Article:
Western ratings systems like the one administered by the MPAA start with the premise that adults should be free to view whatever content they wish; ratings exist mainly to shelter children from inappropriate sexual and violent images.  In China it’s a whole different ball game. Censorship there is designed not only to protect the innocent, but even more to protect the status quo of authoritarian rule. No distinction is made between children and adults; the government holds the ultimate right to decide what content is ‘appropriate’ and therefore available for viewing, irrespective of the viewer’s age.

The process of enforcing media censorship in China falls to the State Administration of Radio Film and Television (SARFT), a powerful branch of the government which controls the content of all radio, film, television, satellite and internet broadcasts in China. Within SARFT there is a committee of 30 or so staff who oversee movie censorship. These 30 individuals come from a broad array of backgrounds,  including the film industry, the Communist Youth League, the Women’s Federation, and various government departments. They are divided into various areas of authority. International co-productions, for example, are handled by a small group of three or four staffers.

The principal aims of the censorship system are to promote Confucian morality, political stability and social harmony. SARFT upholds these values by subjecting each and every film, beginning with the script, to a three-step process:

  1. The filmmakers submit their screenplay or finished film to the Censorship Board for review. The board has 15 days to offer a response, though things don’t always move this quickly.
  2. SARFT then offers comments and often suggestions for altering the film to meet censorship requirements. The filmmakers are given the opportunity to make modifications to comply with any requested changes.
  3. The script or film is submitted back to SARFT for review of the changes and an approval decision.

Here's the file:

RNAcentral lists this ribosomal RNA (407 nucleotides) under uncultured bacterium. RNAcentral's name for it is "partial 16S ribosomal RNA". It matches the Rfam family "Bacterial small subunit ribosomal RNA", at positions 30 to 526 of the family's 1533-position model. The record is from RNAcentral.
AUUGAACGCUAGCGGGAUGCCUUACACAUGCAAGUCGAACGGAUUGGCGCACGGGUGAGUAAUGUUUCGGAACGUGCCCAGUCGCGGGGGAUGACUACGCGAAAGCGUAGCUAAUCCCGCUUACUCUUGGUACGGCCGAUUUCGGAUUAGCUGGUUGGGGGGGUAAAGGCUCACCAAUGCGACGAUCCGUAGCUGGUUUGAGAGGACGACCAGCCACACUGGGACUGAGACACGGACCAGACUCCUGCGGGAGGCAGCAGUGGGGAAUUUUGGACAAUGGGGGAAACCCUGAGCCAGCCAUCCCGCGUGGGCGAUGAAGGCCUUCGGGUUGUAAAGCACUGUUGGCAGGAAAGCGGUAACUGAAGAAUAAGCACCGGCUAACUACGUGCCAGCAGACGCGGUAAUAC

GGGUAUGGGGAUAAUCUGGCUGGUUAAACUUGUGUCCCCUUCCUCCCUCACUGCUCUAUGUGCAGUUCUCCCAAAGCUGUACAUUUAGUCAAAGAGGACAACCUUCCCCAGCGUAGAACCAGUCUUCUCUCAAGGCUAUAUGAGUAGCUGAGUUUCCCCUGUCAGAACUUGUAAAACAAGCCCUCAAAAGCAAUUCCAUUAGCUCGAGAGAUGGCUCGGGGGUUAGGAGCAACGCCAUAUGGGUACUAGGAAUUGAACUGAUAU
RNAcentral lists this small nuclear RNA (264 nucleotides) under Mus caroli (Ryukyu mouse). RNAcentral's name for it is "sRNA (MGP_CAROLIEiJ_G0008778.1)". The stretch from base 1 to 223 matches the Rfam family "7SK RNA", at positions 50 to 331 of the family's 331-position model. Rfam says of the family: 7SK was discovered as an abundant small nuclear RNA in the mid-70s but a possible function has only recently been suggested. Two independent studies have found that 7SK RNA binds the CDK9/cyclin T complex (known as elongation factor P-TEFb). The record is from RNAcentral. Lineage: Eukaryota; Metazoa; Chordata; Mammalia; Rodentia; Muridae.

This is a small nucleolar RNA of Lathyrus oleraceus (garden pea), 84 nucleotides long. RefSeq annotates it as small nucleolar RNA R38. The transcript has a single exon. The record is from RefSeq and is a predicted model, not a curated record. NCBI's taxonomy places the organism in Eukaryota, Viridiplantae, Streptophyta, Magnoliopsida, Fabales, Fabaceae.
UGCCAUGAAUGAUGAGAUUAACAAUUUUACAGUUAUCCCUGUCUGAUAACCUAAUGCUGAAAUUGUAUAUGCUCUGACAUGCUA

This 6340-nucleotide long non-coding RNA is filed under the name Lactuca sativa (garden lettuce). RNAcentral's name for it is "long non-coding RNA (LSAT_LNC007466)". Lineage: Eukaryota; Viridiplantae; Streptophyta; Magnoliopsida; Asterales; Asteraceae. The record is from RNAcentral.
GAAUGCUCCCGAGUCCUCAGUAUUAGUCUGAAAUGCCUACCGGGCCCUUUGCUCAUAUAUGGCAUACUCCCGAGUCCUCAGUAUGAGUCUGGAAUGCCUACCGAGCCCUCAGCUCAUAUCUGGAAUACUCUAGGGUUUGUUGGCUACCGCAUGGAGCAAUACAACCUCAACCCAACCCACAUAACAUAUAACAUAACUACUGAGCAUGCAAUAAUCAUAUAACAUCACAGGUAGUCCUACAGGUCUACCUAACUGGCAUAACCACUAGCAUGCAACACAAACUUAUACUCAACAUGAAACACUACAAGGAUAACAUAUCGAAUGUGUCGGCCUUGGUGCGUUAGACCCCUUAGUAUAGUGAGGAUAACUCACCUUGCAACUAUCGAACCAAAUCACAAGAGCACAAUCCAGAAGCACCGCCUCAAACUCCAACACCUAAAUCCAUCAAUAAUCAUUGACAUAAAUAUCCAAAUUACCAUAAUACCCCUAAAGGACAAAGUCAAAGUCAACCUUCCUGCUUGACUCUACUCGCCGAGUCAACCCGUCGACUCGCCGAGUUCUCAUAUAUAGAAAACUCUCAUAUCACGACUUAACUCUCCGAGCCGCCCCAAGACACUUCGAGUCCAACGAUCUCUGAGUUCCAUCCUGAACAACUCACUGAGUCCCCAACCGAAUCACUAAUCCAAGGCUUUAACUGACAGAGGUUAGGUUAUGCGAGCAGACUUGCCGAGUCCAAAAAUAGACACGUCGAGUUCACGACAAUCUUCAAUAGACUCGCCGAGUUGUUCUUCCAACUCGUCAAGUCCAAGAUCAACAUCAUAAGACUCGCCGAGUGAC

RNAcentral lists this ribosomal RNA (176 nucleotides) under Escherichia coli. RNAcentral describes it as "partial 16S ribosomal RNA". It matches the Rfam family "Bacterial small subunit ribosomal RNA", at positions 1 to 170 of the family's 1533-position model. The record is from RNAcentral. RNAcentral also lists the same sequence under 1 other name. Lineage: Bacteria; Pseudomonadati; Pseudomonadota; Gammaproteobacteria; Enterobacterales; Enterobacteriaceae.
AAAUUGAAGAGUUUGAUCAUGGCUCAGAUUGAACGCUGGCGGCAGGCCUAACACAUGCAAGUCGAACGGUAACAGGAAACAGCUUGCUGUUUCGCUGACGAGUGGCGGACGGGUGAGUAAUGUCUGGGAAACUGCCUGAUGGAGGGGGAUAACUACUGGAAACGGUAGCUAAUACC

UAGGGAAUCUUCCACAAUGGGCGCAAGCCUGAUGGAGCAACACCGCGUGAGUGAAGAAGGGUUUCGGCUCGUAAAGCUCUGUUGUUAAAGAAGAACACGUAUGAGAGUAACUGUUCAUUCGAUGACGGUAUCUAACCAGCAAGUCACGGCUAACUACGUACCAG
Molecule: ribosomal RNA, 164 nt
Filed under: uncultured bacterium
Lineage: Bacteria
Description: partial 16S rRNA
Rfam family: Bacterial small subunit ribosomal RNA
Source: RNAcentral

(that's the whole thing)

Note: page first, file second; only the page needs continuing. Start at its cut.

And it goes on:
If the filmmakers disagree with the results of the review process, they can apply for an additional review.

SARFT doesn’t typically tell filmmakers what they should do; it advises them as to what they can’t do. The list of taboo topics starts with sex and violence, and extends to obscenity, religion, superstition, gambling, drinking, drug abuse, and criminal activity.  Any story element that is not rooted in scientific fact, like time travel or ghosts, is also likely to fall to the censor’s axe.  And of course any hint of criticism of the Communist party, its leadership, or its legitimacy is strictly prohibited.

SARFT’s Ten Commandments of Chinese Film Censorship

I often joke with friends who run their screenplays by me that, according to the government, nothing bad or subversive ever happens in the modern day communist utopia that is China. If you want to explore any salacious topics, either set them somewhere else, or in some cases, you can set them in the past.

See, before the Communist party took power in 1949, violence, crime, and—gasp!—even drinking occurred in China. Apparently the pre-communist rulers were not sufficiently enlightened to prevent such unsavory behavior. For films set in the past SARFT allows a bit more creative leeway (though not a lot). The reason so many period martial arts movies get made is that they are censor-friendly; a pre-1949 kung fu punch is viewed very differently than a post-1949 one.

The censorship review process can be baffling to those not familiar with it. Fortunately SARFT from time to time provides guidelines that take some of the mystery out of their judgments. In 2008 they offered the following codification of film taboos:

Films containing any of the following content must be cut or altered:

(1) Distorting Chinese civilization and history, seriously departing from historical truth; distorting the history of other countries, disrespecting other civilizations and customs; disparaging the image of revolutionary leaders, heroes and important historical figures; tampering with Chinese or foreign classics and distorting the image of the important figures portrayed therein;
2)  Disparaging the image of the people’s army, armed police, public security organ or judiciary;
(3)  Showing obscene and vulgar content, exposing scenes of promiscuity, rape, prostitution, sexual acts, perversion, homosexuality, masturbation and private body parts including the male or female genitalia; containing dirty and vulgar dialogues, songs, background music and sound effects;